frequency >= once per second. Also calling srand is usually not
necessary at a frequency >= the state size of rand (though for most C
language implementations , the state size is tiny -- usually 32 bits.)

Calling srand (entropy (eindx++)) makes sense so long as you come up
with a new source of entropy with each call. What this means is that
the value of entropy (x) and entropy (x+1) should have a significant
amount of independence from each other. This is valuable if you are
worried that someone might try to reverse engineer your random number
seed by observing a long enough sequence of the output.

The problem is that getting independent sources of entropy usually
involves getting your hands dirty. time (NULL) and getpid () are two
common sources, but that's only 64 bits worth. Other common practical
sources are things like the value of clock() in response to input
device interrupts (like keyboard or mouse inputs.) The value of
clock() during network events might also be usuable (but don't ask me
to guarantee that suggestion). Unfortunately none of this is that
useful in the context of ANSI/ISO C, which this group has made its
exclusive subject.

As one final comment -- using the ANSI C's rand() is bad because the
state size is so small -- it would require that you have access to a
source of entropy with basically every single call. With PRNGs like
the Mersenne Twister, or Marsaglia's CMWC you only need one source of
entropy per 600 or 1000 calls to the PRNG.

You can read more about this (and more deeper ideas) by looking for the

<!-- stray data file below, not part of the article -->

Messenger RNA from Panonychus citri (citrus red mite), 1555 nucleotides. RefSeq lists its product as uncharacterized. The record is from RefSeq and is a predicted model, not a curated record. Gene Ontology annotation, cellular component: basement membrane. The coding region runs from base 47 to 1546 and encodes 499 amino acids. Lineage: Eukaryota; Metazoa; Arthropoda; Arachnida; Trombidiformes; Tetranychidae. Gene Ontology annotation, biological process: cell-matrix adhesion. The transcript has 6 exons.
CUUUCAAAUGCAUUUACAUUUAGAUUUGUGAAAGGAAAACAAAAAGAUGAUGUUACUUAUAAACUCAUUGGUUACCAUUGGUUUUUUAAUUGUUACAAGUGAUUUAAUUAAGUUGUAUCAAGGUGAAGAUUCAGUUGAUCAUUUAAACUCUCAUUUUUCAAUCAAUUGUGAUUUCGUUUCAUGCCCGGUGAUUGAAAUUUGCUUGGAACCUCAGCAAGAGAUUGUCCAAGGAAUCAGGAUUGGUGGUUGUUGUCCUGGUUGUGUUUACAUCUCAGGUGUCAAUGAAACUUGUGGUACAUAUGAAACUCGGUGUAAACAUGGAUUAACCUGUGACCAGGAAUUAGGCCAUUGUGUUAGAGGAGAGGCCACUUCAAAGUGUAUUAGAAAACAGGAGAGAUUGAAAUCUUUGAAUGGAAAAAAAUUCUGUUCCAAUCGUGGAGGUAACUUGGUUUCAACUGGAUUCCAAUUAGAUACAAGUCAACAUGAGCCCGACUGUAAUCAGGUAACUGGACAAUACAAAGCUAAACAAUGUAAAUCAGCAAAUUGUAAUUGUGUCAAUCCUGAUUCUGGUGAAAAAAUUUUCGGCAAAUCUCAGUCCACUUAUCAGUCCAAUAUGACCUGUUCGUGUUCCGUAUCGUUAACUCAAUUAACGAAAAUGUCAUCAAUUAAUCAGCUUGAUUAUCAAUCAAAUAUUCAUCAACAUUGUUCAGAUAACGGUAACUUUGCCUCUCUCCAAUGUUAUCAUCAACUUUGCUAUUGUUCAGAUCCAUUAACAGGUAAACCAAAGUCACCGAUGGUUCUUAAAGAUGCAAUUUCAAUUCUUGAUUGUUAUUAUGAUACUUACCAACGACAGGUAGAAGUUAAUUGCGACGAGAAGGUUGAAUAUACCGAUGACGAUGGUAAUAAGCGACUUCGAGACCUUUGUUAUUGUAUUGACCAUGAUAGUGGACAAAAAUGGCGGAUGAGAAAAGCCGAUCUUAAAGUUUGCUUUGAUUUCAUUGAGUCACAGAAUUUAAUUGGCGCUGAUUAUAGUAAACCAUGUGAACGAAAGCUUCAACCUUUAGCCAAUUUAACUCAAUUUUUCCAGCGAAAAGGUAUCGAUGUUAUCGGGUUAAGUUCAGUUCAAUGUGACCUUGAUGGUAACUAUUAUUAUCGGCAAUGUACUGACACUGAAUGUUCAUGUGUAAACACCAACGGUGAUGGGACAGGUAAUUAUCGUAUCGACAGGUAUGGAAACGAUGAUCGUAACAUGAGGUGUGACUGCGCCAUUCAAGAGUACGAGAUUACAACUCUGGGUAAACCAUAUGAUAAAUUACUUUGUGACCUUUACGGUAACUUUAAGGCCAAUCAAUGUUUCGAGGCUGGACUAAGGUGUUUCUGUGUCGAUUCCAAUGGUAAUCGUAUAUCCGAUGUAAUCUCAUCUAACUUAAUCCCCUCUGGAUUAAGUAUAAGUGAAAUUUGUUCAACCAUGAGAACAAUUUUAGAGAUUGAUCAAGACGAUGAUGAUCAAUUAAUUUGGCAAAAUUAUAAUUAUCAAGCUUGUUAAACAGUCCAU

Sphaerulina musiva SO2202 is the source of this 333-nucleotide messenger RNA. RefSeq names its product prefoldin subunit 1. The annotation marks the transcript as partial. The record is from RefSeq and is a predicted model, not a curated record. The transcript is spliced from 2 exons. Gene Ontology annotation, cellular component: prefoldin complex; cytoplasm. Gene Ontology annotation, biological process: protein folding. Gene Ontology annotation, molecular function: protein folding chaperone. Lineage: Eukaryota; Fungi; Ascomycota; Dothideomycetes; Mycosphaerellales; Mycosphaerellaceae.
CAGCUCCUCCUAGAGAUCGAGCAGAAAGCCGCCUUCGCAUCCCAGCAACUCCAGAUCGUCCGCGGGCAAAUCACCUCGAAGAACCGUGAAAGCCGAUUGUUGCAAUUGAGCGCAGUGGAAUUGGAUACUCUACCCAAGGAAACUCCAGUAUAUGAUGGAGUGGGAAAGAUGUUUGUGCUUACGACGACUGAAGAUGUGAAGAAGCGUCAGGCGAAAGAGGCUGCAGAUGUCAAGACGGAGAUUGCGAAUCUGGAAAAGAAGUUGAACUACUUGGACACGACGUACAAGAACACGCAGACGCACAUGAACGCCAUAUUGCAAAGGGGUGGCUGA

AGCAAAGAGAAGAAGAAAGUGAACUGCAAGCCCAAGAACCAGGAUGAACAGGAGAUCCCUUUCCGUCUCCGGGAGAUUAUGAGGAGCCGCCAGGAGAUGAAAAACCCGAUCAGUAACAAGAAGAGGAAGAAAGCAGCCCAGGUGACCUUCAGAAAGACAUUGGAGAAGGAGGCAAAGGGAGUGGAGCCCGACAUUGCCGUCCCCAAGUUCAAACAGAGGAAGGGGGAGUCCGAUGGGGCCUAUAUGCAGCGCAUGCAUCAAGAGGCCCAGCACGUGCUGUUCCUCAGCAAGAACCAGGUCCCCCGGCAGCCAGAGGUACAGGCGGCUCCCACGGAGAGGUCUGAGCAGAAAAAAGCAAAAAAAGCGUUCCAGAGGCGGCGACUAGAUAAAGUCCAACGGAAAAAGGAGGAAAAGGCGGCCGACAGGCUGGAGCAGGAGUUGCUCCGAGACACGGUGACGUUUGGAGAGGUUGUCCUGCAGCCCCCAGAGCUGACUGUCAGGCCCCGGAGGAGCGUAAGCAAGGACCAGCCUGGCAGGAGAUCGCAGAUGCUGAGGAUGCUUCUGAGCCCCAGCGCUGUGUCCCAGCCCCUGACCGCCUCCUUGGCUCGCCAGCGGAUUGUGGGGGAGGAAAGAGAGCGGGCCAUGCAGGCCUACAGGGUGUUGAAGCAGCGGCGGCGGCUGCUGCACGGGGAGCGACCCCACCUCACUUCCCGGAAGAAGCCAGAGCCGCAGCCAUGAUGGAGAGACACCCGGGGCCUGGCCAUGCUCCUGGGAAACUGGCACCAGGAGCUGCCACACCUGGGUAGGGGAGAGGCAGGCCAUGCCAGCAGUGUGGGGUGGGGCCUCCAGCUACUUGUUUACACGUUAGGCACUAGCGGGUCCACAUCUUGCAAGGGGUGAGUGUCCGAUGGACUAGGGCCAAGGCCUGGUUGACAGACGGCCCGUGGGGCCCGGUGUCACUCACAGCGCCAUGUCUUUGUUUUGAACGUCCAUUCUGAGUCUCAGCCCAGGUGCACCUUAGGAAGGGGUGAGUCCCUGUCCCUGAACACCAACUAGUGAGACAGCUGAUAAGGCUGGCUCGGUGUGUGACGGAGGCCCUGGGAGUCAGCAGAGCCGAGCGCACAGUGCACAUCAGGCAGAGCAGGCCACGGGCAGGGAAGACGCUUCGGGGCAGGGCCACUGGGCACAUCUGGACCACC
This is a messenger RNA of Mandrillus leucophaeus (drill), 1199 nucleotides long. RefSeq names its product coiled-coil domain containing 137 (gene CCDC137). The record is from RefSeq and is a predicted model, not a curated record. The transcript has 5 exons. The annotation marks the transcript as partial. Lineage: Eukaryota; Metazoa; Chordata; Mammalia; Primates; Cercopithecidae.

Yarrow RNG method by Schneier et al.

--
Paul Hsieh
http://www.pobox.com/~qed/
http://bstring.sf.net/

Feb 28 '06 #38
"Nelu" <ta********@gma il.com> writes:
[...]
I'm not into RNGs so I may be wrong about this, but I think Rod's right
in a way. The sequence of numbers generated by the RNG is always the
same for a given seed. Calling seed repeatedly, using a predefined
algorithm can build a new RNGs on top of the existing one. As long as
the sequence of calls to seed can be kept secret no one should,
theoretically, be able to repeat your sequence. That's mixing known RNG
algorithm with an unknown algorithm of reseeding. I think this is the
end of him being right.
I'm no expert on RNGs either, but my understanding is that piling
arbitrary stuff on top of an existing RNG is not a good approach.
It's unlikely to give you better results than just using the base RNG
directly, assuming the RNG was designed at all competently in the
first place. A given RNG may not be perfect, but arbitrary minor
tweaks to it will probably make it worse. (I think Knuth writes about
this.)

If your RNG is good enough, just use it. If it's not good enough, use
something else.
However, leaving aside the fact that it's unlikely to keep the sequence
a secret from a good hacker there are two problems: